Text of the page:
1956-57 — Alex Hannum, St. Louis Hawks — The Hall of Famer is more popularly known for leading Wilt Chamberlain and the Sixers in 1967, ending the string of Bill Russell and the Celtics at eight titles in a row. But Hannum replaced Red Holzman and interim coach Slater Martin as player/coach midway through the season. The Hawks lost to the Celtics in The Finals that year. But when he retired and went to the bench full-time, they beat Boston to win it all the following year. He was the only coach to beat Boston in the playoffs during Russell’s 13-year career.

1977-78 — Lenny Wilkens, Seattle SuperSonics — The Hall of Famer took over the reins for Bob Hopkins after the Sonics got off to a woeful 5-17 start that season. He put the spark back in the game with an 11-1 start to his regime and took the Sonics to The Finals, where they lost to the Bullets in seven games. The team featuring Dennis Johnson, Jack Sikma and Fred Brown came back to claim Seattle’s only championship by beating the Bullets for the 1979 crown.

1977-78 — Billy Cunningham, Philadelphia 76ers — Gene Shue’s talent-laden Sixers were upset by the Portland Trail Blazers in the 1977 and then staggered out of the gate the following season with a 2-4 record. A Philly favorite as a Hall of Fame player, Cunningham got the first coaching experience of his career when he took over the controls. The Sixers with Julius Erving lost to the Bullets in the Eastern Conference finals in his first year, were beaten by the Lakers in the NBA Finals in 1980 and 1982, but finally broke through and it all when Moses Malone led a 4-0 sweep of L.A. in 1983.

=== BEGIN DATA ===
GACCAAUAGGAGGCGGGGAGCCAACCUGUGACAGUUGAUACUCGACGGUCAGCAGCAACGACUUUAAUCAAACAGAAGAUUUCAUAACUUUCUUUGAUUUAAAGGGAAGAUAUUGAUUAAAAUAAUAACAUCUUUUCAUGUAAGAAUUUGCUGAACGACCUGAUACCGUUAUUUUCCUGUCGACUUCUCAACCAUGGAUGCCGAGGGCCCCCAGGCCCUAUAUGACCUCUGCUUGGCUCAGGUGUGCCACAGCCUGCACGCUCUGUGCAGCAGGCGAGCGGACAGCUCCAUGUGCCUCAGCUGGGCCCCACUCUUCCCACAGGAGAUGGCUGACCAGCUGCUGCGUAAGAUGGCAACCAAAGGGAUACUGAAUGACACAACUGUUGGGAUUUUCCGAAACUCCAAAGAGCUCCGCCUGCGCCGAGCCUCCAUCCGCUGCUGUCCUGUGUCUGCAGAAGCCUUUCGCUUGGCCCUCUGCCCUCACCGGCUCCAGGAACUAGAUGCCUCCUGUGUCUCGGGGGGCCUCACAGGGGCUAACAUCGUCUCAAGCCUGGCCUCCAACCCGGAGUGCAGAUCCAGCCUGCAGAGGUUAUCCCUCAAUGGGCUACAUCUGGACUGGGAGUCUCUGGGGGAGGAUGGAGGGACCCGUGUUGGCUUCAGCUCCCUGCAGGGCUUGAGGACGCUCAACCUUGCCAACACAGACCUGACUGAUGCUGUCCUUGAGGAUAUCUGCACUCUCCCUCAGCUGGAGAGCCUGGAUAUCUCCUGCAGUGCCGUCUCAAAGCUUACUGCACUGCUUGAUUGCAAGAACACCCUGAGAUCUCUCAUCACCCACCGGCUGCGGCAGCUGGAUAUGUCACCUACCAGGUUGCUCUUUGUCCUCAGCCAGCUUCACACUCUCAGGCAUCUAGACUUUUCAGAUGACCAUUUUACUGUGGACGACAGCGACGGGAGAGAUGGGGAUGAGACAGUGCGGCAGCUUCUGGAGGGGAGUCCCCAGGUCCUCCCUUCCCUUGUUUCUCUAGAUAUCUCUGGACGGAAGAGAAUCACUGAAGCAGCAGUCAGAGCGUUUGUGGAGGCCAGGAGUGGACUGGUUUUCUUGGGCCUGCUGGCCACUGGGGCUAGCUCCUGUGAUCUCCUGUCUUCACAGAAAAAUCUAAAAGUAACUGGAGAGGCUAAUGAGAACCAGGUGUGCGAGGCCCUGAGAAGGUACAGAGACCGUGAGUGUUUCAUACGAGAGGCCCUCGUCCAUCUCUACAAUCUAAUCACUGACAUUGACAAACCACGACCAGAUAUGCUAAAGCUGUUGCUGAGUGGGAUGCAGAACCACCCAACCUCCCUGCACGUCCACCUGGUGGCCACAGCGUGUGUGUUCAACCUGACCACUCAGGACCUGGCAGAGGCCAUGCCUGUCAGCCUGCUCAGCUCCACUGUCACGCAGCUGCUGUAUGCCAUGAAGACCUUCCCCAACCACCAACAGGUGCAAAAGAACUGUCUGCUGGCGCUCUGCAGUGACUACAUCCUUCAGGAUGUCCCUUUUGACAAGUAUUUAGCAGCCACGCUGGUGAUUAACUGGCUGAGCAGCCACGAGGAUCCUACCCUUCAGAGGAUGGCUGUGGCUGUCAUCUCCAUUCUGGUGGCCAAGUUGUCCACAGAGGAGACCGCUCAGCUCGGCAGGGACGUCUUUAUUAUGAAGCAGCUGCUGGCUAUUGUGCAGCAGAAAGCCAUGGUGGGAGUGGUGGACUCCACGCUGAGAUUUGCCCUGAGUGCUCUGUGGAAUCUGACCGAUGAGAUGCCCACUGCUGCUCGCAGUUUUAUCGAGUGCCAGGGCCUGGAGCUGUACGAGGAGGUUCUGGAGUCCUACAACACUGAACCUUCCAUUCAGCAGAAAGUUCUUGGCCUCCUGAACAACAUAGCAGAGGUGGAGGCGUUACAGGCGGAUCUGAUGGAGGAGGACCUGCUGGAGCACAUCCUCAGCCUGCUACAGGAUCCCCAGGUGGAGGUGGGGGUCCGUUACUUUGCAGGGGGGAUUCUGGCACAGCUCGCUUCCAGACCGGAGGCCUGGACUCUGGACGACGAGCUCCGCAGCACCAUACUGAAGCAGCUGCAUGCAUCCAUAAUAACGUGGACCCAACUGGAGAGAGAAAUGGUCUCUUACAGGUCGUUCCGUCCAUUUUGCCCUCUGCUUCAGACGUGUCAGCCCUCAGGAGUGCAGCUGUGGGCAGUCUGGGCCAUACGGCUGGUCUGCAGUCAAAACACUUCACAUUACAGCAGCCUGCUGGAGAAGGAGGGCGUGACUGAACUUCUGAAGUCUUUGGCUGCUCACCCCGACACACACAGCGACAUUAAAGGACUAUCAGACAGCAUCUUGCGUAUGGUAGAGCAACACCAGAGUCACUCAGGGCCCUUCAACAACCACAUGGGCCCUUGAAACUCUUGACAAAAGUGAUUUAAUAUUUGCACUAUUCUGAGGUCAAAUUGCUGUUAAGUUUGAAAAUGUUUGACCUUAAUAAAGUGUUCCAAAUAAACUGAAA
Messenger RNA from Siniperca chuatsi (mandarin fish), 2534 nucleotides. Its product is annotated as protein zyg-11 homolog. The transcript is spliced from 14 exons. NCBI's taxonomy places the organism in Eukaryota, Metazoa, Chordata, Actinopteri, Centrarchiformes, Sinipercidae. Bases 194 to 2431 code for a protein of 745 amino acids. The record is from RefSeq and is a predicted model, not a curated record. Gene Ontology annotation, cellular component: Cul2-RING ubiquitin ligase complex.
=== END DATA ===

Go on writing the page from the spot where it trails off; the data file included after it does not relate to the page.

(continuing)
1979-80 — Paul Westhead, L.A. Lakers – First-year NBA assistant coach Paul Westhead moved into the main seat 14 games into the season after head coach Jack McKinney suffered a serious head injury in a fall from a bicycle. The Shakespearean scholar got to cap of an amazing debut season when a fellow rookie named Magic Johnson jumped center, then piled up 42 points, 15 rebound and seven assists in the Game 6 Finals clincher at Philadelphia.

1981-82 & 2005-06 — Pat Riley, L.A. Lakers, Miami Heat – When Magic became disenchanted with Westhead and nudged him toward the door 11 games into the season, the Lakers plucked the former player turned broadcaster from behind the radio microphone to begin a Hall of Fame career on the bench. The untested Riley guided the Lakers to another NBA Finals win over Philadelphia, then won three more titles in L.A. in 1985, 1987 and 1988. After his cross country move took him to New York and then Miami, Riley the G.M. replaced Stan Van Gundy following an 11-10 start in 2005-06. Seven months later, Riley and Dwyane Wade for the Heat out of an 0-2 hole to beat the Mavericks in The Finals.